The groups that filed complaints against five Wisconsin cities and Administrator Meagan Wolfe plan to appeal the Elections Commission’s finding there is no probable cause to believe the communities committed a crime by accepting private funds to pay for election costs.
The conservative Thomas More Society and the Wisconsin Voters Alliance also plan to file a new round of complaints with the Elections Commission over the communities using the money from a group that was largely funded by Facebook founder Mark Zuckerberg, their attorney told WisPolitics.com today.
Erick Kardaal said the new complaints will accuse elections officials of violating state bribery laws that bar them from accepting anything of value to get people to vote.
Kardaal has been involved in lawsuits around the country over communities accepting grants from the Center for Tech and Civic Life, but none has been successful. That includes a suit he filed last year on behalf of the Wisconsin Voter Alliance in federal court that resulted in a judge finding there was no prohibition on the communities taking the money.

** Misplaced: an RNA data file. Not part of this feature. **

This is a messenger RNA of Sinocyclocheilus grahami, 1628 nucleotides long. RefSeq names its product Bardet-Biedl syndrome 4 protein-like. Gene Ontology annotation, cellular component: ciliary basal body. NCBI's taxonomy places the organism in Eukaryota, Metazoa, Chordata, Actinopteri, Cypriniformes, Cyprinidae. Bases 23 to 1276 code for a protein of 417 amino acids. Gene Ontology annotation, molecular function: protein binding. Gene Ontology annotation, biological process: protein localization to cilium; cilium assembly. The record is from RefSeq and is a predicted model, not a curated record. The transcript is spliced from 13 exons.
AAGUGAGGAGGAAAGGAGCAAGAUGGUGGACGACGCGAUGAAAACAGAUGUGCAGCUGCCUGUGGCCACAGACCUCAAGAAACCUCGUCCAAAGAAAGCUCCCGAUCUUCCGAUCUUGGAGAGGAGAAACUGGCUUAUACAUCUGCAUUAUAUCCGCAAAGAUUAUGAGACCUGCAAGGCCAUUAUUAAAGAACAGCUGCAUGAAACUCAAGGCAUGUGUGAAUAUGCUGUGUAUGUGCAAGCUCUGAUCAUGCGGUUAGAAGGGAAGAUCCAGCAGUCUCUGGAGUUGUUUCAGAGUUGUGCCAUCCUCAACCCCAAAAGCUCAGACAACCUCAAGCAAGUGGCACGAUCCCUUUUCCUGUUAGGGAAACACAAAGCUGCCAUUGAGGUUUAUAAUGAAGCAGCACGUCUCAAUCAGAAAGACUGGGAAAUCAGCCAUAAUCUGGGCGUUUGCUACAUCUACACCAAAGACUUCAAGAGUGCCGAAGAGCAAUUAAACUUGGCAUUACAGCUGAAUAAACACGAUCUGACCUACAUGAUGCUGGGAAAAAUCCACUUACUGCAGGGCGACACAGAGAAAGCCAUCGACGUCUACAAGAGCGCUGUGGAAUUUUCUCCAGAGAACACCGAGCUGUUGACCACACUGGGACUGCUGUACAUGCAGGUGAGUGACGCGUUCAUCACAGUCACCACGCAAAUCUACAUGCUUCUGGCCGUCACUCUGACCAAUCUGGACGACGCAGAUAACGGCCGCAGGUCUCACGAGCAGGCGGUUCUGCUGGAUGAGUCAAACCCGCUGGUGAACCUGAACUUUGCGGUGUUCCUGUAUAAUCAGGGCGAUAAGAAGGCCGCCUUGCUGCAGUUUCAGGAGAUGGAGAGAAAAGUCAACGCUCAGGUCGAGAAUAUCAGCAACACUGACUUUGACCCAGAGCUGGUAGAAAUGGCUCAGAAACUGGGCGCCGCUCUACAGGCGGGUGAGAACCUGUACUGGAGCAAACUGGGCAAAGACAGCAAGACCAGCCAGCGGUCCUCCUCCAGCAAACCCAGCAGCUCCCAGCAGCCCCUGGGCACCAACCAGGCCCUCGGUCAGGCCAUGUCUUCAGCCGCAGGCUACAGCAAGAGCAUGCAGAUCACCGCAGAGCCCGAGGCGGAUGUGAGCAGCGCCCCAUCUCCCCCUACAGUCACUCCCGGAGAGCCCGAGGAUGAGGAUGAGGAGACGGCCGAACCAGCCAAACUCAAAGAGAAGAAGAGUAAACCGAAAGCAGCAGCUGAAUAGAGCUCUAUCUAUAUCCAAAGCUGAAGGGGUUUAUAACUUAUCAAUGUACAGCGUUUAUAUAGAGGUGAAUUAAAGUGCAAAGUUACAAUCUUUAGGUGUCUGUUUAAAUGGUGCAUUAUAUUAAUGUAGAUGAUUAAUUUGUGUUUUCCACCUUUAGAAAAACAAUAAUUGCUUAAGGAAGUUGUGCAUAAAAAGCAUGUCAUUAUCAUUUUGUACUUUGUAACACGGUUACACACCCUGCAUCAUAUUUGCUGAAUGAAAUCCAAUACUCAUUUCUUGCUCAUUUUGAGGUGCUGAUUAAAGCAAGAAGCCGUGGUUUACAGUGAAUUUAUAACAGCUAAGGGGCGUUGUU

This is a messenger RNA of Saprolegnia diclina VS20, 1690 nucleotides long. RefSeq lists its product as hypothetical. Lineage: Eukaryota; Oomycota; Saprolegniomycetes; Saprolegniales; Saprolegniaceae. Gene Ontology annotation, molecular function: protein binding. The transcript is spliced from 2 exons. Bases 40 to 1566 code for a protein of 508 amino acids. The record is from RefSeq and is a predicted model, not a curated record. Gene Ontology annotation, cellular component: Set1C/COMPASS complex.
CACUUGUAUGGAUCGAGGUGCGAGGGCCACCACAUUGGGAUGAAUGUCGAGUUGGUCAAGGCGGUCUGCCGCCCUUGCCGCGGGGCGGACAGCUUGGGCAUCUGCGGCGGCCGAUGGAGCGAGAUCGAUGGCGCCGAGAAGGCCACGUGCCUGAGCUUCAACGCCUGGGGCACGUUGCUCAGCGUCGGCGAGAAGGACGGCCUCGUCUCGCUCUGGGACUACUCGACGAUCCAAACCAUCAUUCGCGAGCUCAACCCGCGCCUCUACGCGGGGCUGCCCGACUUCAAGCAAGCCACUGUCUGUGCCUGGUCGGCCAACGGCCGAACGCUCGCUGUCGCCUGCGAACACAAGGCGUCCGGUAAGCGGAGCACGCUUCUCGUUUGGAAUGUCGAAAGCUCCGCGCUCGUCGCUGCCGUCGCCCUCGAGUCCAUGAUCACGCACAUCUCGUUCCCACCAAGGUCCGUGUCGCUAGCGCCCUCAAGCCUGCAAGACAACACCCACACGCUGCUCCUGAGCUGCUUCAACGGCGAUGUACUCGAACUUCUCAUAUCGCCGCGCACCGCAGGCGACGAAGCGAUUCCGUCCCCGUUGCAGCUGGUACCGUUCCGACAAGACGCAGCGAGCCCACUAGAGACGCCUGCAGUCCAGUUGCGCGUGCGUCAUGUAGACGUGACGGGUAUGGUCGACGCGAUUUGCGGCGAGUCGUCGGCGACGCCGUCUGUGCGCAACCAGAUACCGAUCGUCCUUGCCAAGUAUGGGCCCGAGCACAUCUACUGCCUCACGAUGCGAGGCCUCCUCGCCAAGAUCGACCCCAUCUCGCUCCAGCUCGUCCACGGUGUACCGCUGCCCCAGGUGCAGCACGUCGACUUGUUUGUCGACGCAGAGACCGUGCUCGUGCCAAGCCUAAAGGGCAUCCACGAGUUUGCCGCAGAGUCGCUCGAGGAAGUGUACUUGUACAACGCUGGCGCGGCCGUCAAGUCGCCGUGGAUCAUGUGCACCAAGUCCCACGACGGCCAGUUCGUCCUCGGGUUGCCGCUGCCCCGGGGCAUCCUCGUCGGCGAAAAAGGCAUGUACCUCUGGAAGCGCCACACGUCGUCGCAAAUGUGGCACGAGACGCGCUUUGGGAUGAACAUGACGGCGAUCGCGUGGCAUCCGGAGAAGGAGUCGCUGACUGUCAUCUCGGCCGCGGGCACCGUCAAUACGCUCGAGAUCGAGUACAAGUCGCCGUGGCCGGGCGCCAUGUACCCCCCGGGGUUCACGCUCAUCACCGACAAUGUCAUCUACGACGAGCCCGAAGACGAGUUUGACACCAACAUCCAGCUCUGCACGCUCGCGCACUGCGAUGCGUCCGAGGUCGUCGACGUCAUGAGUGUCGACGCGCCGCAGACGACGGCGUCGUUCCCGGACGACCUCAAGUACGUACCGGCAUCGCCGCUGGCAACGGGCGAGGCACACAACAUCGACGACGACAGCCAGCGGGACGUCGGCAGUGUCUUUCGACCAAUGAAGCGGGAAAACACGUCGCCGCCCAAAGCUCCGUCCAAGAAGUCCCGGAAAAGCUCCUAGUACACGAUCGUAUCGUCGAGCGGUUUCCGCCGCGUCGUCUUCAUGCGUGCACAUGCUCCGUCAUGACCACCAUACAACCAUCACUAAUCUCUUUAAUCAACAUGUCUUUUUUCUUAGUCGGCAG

State law gives groups that file complaints with the Elections Commission 30 days to appeal decisions in circuit court. Kardaal said the groups plan to file five separate appeals in the complaints they filed against Green Bay, Kenosha, Madison, Milwaukee and Racine.
The groups will also be working on the new complaints with the Elections Commission based on Wisconsin’s bribery statute. Ahead of the Elections Commission’s ruling, Kardaal appeared before the Assembly Campaigns and Elections Commission to lay out his argument that the private funds violated the state’s bribery statute.
“It’s a whole new ballgame in Wisconsin now,” Kardaal said.